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  PC-Net's PC News - December, 1999
 
Don Watkins

3 Common Computer Questions

By Don Watkins

 
 
 

 

December 1999--If computers are supposed to be so great, why do we have so many problems with them? If I knew the answer to that, I figure I'd be sailing around the world on a huge yacht and not sweating all my computer problems.

Computers are complex beasts, full of all sorts of different hardware and software--and given the diversity of things we hang off them, it's amazing that they even work at all. That doesn't make a problem easier to deal with, but perhaps we're luckier than we know.

Are there common problems that we all share with simple solutions? We certainly share a lot of the same problems, but are there any easy answers? Let's take on a few and see how easy the answers are.

1. Q. My computer crashes. Why?

A. If I knew the answer to that one, I'd be on my aforementioned yatch. It seems that there are more things than I can count that can cause a computer to crash, but when it happens there are some tools to help narrow it down.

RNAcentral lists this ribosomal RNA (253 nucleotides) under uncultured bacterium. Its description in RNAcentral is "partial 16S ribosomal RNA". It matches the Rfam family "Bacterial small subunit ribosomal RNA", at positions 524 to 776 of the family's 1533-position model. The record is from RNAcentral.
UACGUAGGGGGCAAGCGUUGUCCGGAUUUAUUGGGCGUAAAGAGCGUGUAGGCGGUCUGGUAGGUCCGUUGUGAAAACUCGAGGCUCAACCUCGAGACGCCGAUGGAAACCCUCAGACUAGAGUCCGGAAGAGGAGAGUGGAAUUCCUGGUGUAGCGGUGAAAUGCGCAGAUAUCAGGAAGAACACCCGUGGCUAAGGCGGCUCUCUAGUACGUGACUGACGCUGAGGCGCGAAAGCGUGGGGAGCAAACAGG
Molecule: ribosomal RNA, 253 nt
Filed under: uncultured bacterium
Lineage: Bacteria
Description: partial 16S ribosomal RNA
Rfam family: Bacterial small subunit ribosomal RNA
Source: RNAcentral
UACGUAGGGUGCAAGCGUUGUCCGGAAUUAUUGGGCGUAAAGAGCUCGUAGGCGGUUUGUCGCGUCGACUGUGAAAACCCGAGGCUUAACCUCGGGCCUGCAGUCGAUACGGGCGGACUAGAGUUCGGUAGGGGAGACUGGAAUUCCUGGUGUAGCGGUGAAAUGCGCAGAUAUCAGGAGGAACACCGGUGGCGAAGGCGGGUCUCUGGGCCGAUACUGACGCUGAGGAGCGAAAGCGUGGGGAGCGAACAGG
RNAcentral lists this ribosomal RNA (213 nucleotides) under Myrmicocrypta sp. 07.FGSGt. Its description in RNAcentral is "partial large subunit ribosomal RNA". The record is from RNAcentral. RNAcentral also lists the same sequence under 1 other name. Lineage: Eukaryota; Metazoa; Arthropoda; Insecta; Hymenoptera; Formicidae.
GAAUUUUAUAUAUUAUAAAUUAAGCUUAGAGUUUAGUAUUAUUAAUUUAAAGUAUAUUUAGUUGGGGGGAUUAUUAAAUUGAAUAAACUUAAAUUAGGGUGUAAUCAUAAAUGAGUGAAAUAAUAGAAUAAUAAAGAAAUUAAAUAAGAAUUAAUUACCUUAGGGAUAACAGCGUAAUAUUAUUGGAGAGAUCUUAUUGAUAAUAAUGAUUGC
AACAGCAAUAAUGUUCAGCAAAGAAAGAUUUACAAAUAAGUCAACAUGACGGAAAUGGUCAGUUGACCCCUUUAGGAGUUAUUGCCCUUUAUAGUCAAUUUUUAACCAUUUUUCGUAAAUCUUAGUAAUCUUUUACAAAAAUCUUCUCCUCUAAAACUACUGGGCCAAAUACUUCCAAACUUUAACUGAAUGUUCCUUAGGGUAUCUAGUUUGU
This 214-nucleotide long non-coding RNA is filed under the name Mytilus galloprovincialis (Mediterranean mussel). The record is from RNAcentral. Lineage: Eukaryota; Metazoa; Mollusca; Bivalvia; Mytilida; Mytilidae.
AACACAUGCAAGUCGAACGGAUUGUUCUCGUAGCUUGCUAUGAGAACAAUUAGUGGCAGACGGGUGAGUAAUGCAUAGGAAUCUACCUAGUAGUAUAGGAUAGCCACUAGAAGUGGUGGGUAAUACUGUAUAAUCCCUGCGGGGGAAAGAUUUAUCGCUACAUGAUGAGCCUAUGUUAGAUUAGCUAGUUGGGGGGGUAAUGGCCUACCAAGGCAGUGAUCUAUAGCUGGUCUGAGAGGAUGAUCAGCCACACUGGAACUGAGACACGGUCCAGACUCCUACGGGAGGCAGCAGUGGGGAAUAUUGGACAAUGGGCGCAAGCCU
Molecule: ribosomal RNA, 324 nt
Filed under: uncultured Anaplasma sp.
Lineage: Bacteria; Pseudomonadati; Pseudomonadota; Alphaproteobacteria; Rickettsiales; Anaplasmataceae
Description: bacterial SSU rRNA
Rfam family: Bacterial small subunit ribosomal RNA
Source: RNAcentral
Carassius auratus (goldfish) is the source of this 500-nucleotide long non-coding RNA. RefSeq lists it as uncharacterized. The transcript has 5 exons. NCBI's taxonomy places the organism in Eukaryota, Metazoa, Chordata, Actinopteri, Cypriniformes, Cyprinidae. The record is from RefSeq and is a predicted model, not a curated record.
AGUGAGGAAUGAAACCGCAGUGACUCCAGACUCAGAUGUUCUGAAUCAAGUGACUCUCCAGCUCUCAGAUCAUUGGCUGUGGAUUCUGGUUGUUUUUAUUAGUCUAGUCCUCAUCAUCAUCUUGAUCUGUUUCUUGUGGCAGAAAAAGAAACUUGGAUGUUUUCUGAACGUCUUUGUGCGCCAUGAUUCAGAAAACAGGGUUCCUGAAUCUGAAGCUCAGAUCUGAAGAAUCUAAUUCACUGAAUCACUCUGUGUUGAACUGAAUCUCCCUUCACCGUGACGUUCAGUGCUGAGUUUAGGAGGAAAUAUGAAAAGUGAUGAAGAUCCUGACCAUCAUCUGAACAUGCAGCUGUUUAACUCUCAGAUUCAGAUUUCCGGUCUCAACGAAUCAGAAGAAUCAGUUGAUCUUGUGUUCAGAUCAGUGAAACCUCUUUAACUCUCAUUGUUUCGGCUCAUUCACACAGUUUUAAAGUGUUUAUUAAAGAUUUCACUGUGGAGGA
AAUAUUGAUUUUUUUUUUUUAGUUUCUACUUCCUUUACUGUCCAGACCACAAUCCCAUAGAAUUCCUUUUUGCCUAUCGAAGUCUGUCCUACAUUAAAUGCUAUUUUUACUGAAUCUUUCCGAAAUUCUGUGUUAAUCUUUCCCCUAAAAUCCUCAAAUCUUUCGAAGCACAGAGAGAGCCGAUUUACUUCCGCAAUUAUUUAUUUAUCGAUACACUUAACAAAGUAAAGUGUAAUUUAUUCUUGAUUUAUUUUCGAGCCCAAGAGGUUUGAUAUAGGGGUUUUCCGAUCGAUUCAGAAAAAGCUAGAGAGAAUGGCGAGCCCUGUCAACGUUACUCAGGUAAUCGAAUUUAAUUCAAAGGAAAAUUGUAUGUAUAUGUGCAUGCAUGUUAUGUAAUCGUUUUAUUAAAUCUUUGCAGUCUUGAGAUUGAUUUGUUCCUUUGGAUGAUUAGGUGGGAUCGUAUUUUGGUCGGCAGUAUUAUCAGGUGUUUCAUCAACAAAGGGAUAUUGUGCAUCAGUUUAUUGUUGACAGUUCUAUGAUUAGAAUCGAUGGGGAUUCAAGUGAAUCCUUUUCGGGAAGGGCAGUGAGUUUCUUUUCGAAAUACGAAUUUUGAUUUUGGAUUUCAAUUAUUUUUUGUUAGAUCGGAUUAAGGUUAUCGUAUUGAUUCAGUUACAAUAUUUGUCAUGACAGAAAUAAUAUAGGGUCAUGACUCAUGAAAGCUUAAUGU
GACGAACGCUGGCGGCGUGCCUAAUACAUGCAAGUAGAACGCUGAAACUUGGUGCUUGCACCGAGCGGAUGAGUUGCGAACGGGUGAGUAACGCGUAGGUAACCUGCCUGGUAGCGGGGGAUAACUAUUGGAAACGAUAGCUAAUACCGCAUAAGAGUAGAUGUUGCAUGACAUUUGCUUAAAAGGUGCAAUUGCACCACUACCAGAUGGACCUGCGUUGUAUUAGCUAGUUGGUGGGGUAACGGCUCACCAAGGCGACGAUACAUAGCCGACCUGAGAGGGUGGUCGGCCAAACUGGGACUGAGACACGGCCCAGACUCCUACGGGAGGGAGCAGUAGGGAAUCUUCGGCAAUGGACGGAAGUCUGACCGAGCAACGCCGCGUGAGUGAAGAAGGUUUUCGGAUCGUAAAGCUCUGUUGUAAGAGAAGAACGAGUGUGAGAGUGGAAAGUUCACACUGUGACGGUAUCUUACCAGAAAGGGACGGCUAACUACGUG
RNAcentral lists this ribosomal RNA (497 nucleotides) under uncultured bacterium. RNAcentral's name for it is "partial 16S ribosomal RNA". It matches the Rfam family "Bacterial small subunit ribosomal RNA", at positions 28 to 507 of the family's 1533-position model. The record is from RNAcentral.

• If you're running Windows 98, run the System File Checker tool and see if it can detect any altered files. Go to Start/run/sfc to get it going.
  • Illegal operation or general protection fault messages. Some of these can be random and don't seem to indicate a serious problem, but if they continue, drop by the Microsoft Tech support database (also known as The Knowledge Base), select your product, and enter a description of the problem. Often, this will help.
  • Visit the Microsoft Troubleshooter. This area has expanded to include troubleshooters for many products and can lead you through some steps that will help you identify the problem.
  • Make sure that you're running the latest bug fixes and patches. Visit the Windows Update Web site and get the latest updates for Windows.

This won't cure all problems, but it's a good place to get started.

2. Q. I can't get my email set up to save myself.

A. Each Internet service provider (ISP) has a specific set of requirements for email. That information should be available on each ISP's Web site. Forget about trying to guess--you could try for a million years and never get it. If setup instructions aren't available, give tech support a call.

3. Q. What is the deal with downloading? How do I do it?

A. Downloading remains one of the mysteries of the online world. Nevertheless, if you can believe it, it's much easier than it used to be. That doesn't mean that it's easy now, but it could be worse. Check out "What Have I Gotten Myself Into?"  to get your downloads under control

 

Until next month, best in computing.

 

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